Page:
PiaA/piaA cells

The full-length cDNA of PiaA was inserted into the Dictyostelium integrating expression vector pB18 (Johnson et al. 1991) in a sense orientation. The resulting plasmid was transformed into the piaA cells; transformants were selected in HL5 plus 20 μg/ml of G418. The expression of the Pia protein was verified by Western blot analysis with an antibody directed against the carboxyl terminus of Pia (see below).

piaAcrac cells

The PiaA gene was disrupted in the previously existing crac cell line BB1 (obtained from B. Blacklock, this laboratory) by gene targeting. The disruption construct, pYL44, was similar to pYL23 (Fig. (Fig.1A),1A), except that the URA fragment was replaced with a blastocidin-S resistance gene expression cassette (1.4-kb EcoRI–XbaI fragment from pJH280, a kind gift of Dr. Jeffrey A. Hadwiger, Oklahoma State University, Stillwater). The plasmid pYL44 was linearized and electroporated into BB1; transformants were selected in HL5 plus 10 μg/ml of blastocidin S and the disruption of PiaA locus was verified by PCR and Southern blot analyses.

Northern and Western blot analyses

Total cellular RNA was prepared from either growing cells or cells developed in suspension using catrimox-14 (Dahle and Macfarlane 1993) (Iowa Biotech Corp., no. IBC 010) as described (Insall et al. 1996). Forty micrograms of total RNA for each time point was electrophoresed on a formaldehyde-containing 1% agarose gel, transferred to Hybond-N+ membrane (Amersham), and fixed by baking at 80°C for 2 hr. A 32P−labeled 2.4-kb PiaA cDNA fragment (BamHI–XbaI) was used as the probe. Prehybridization and hybridization were carried out at 42°C in 50% formamide, 10% dextran sulfate, 1 m NaCl, 1% SDS, and 250 μg/ml sonicated salmon sperm DNA for 1 hr and overnight, respectively. After hybridization, the filter was washed in 2× SSC, 0.1% SDS at room temperature for 15 min; in 2× SSC, 0.1% SDS at 60°C for 15 min; and twice in 0.2× SSC, 0.1% SDS at 65°C for 15 min.

Whole cell protein samples from either growing or developed cells were prepared by resuspending cell pellets in SDS sample buffer. Fractions of lysates were prepared by first forcing the cell suspension at a density of 8 × 107 cells/ml in glycerol lysis buffer [GLB; 10 mm Tris-HCl (pH 8), 1 mm MgSO4, 0.2 mm EGTA, and 10% glycerol] through a 5-μm nucleopore filter and then centrifuged the lysates at 12,000 rpm in a SS34 rotor at 4°C for 30 min or 36,000 rpm in a SW60 rotor at 4°C for 1 hr. Both supernatants and pellets were collected and GLB was used to resuspend the pellets. Protein samples were separated by SDS-PAGE and transferred onto the Immobilon-P membrane (Millipore). cAR1, Gα2, Gβ, and ACA were probed with polyclonal antisera, as previously described (Chen et al. 1994; Klein et al. 1988; Lilly et al. 1993; Parent and Devreotes 1995). Pia was probed with a polyclonal antiserum raised against a peptide (H2N-CFDVAIFSSDPYHDLN-COOH) corresponding to the carboxy-terminal sequence of Pia protein. The peptide was coupled to BSA using the Inject Activated Immunogen Conjugation kit (PIERCE) according to the protocol of the manufacturer and used to immunize a rabbit.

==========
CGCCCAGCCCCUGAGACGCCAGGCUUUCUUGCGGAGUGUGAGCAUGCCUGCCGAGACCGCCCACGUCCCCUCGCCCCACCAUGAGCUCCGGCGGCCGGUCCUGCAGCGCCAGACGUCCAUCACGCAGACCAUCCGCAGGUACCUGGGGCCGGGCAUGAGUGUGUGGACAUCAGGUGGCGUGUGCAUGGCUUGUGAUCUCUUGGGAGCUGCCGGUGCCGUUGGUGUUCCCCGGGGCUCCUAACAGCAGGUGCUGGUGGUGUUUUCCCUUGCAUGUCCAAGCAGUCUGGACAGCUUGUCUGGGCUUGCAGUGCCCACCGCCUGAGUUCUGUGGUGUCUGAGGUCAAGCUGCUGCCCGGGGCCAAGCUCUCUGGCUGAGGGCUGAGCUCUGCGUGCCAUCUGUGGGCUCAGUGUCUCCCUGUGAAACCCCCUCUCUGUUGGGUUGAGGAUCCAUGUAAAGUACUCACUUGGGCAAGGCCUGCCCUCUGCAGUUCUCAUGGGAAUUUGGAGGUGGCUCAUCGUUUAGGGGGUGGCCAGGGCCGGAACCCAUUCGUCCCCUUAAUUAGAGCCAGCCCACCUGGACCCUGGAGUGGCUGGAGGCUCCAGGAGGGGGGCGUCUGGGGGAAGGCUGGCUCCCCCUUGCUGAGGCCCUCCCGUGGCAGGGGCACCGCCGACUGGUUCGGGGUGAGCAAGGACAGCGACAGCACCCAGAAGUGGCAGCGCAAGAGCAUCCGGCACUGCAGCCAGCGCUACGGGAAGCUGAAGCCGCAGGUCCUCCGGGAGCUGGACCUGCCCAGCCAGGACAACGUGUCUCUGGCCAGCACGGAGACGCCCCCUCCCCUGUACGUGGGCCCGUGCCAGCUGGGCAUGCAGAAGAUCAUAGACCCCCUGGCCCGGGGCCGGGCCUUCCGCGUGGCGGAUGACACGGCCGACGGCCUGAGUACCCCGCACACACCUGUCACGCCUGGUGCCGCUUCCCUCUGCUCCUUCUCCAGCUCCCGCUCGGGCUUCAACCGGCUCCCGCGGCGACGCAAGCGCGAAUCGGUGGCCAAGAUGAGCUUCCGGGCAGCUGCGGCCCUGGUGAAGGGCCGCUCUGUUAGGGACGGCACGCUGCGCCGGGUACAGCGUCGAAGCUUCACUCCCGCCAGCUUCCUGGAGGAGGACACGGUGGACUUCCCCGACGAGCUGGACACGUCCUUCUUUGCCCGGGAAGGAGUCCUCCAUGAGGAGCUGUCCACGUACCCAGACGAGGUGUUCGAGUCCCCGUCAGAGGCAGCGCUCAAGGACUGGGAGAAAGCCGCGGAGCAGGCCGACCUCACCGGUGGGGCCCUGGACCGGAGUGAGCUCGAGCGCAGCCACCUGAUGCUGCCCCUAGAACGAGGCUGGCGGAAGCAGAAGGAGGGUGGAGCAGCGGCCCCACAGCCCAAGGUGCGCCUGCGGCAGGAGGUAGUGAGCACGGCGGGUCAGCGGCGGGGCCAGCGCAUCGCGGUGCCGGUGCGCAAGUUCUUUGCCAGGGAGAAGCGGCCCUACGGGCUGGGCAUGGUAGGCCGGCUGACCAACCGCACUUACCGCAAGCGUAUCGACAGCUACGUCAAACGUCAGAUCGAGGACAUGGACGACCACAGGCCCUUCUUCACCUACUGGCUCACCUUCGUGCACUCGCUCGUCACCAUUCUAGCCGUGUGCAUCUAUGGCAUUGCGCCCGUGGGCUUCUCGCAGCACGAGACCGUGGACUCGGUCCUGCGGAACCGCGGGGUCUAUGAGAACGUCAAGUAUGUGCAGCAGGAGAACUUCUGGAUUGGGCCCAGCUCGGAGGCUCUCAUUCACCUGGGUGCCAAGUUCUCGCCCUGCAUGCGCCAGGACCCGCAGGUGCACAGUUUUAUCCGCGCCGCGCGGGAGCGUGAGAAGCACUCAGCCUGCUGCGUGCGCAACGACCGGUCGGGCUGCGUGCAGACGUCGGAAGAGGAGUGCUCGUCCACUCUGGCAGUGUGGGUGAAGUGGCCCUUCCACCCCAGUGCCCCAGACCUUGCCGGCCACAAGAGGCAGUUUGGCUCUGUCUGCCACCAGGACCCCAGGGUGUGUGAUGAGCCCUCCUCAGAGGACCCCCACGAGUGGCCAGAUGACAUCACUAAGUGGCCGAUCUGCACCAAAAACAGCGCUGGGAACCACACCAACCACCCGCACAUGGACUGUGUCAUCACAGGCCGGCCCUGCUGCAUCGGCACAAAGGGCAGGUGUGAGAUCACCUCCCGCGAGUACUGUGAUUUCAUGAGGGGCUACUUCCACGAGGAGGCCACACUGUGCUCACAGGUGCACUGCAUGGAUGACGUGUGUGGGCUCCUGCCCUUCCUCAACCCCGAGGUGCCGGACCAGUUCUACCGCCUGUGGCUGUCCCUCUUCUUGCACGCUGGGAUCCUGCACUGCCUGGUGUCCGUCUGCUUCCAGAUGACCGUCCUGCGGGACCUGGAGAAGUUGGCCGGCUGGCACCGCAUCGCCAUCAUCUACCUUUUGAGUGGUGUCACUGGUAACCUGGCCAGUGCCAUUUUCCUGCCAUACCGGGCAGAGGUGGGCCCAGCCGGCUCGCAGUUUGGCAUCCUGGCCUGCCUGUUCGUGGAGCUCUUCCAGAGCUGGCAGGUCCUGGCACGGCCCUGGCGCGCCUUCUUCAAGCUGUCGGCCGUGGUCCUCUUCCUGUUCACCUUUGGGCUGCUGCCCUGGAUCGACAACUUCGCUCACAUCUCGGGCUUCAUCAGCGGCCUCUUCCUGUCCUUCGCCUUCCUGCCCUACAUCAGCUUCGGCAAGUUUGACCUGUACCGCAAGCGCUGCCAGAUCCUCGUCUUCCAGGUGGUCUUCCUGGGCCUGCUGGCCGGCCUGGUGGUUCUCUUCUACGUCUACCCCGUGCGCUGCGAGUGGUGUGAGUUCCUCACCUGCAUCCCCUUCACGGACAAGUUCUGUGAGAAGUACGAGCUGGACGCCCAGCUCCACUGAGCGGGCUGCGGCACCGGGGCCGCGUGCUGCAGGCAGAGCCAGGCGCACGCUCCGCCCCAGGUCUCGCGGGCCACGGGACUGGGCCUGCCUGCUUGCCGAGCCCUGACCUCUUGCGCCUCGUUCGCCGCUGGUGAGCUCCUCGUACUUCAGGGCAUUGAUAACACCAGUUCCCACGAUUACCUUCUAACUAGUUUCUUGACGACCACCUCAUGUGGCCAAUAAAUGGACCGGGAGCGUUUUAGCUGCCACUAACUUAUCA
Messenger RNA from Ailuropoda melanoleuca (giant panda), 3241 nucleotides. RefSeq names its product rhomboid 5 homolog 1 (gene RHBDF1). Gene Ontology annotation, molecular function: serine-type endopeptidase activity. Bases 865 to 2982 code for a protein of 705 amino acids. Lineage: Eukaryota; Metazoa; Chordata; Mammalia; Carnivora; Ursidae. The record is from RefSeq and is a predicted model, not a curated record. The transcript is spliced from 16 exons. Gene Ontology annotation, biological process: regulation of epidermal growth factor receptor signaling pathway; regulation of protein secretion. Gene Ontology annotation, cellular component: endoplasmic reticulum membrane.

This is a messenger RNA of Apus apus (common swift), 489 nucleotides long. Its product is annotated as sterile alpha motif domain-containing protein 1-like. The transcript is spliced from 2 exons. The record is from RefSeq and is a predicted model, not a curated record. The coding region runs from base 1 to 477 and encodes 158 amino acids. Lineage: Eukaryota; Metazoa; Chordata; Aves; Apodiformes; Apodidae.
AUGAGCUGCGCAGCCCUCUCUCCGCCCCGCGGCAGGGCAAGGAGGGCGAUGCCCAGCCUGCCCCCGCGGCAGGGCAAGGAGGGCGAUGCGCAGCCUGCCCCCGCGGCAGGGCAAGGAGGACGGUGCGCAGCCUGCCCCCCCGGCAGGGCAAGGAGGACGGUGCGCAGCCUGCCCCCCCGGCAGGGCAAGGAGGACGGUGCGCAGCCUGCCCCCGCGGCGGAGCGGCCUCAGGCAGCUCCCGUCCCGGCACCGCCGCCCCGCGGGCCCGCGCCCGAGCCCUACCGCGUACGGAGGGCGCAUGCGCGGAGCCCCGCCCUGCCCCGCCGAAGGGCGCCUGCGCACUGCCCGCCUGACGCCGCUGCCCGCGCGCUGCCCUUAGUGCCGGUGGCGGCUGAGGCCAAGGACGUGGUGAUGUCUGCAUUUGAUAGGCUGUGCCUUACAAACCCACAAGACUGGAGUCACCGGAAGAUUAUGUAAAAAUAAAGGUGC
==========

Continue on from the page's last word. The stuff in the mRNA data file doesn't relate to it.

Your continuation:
Disruption of PiaA homolog in S. cerevisiae

The pia1 mutant strain was generated using the PCR-mediated gene deletion technique previously described (see Fig. Fig.5A;5A; Lorenz et al. 1995). In brief, two PCR primers, each 60 nucleotides in length, were synthesized. Primer a (5′-CTTCGTGCTGTACCGCTTCTATTAAGTTTTTGAAATTCACAGATTGTACTGAGAGTGCAC) consists of 40 nucleotides of sequence homologous to the region upstream of the start codon of PIA1, followed by 20 nucleotides of sequence homologous to the pRS series of yeast shuttle vectors. Primer b (5′-ATTGTGACTATATACATTTATACATGCGGCCCTTTTTTGCCTGTGCGGTATTTCACACCG) consists of 40 nucleotides of sequence homologous to the region downstream of the stop codon of PIA1, followed by 20 nucleotides of sequence from the opposing side of the selectable marker within the pRS vectors. The two primers were used in PCRs to amplify the TRP1 marker from one of the pRS vectors, pRS304. PCRs were performed using the following cycling protocol: one cycle for 3 min at 94°C; 35 cycles of 1 min at 94°C, 2 min at 55°C, 3 min at 72°C; followed by one cycle of 8 min at 72°C. The PCR product consists of linear double-stranded DNA containing the selectable marker TRP1 and 40 bp of sequence homologous to the region flanking the PIA1 locus. After phenol/chloroform extraction and ethanol precipitation, this PCR product was transformed into diploid SM1060 (MATa/α can1/can1 his4/his4 leu2/leu2 trp1/trp1 ura3/ura3) yeast cells by the lithium acetate procedure (Ito et al. 1983). Homologous recombination replaced the PIA1 locus with the TRP1 marker. Trp+ clones were colony-purified and genomic DNA was isolated from them. PCR amplifications on the genomic DNA using diagnostic primer sets (primers a and d or primers b and c; see Fig. Fig.5A)5A) were performed. The sequences of the oligonucleotides c and d are 5′-CCGACACGAGCATGGACGAAG and 5′-CTGCTGAAACGGAACTCCCAC, respectively. The knockout genotype was verified by Southern blot analysis using DIG-labeled oligonucleotide c.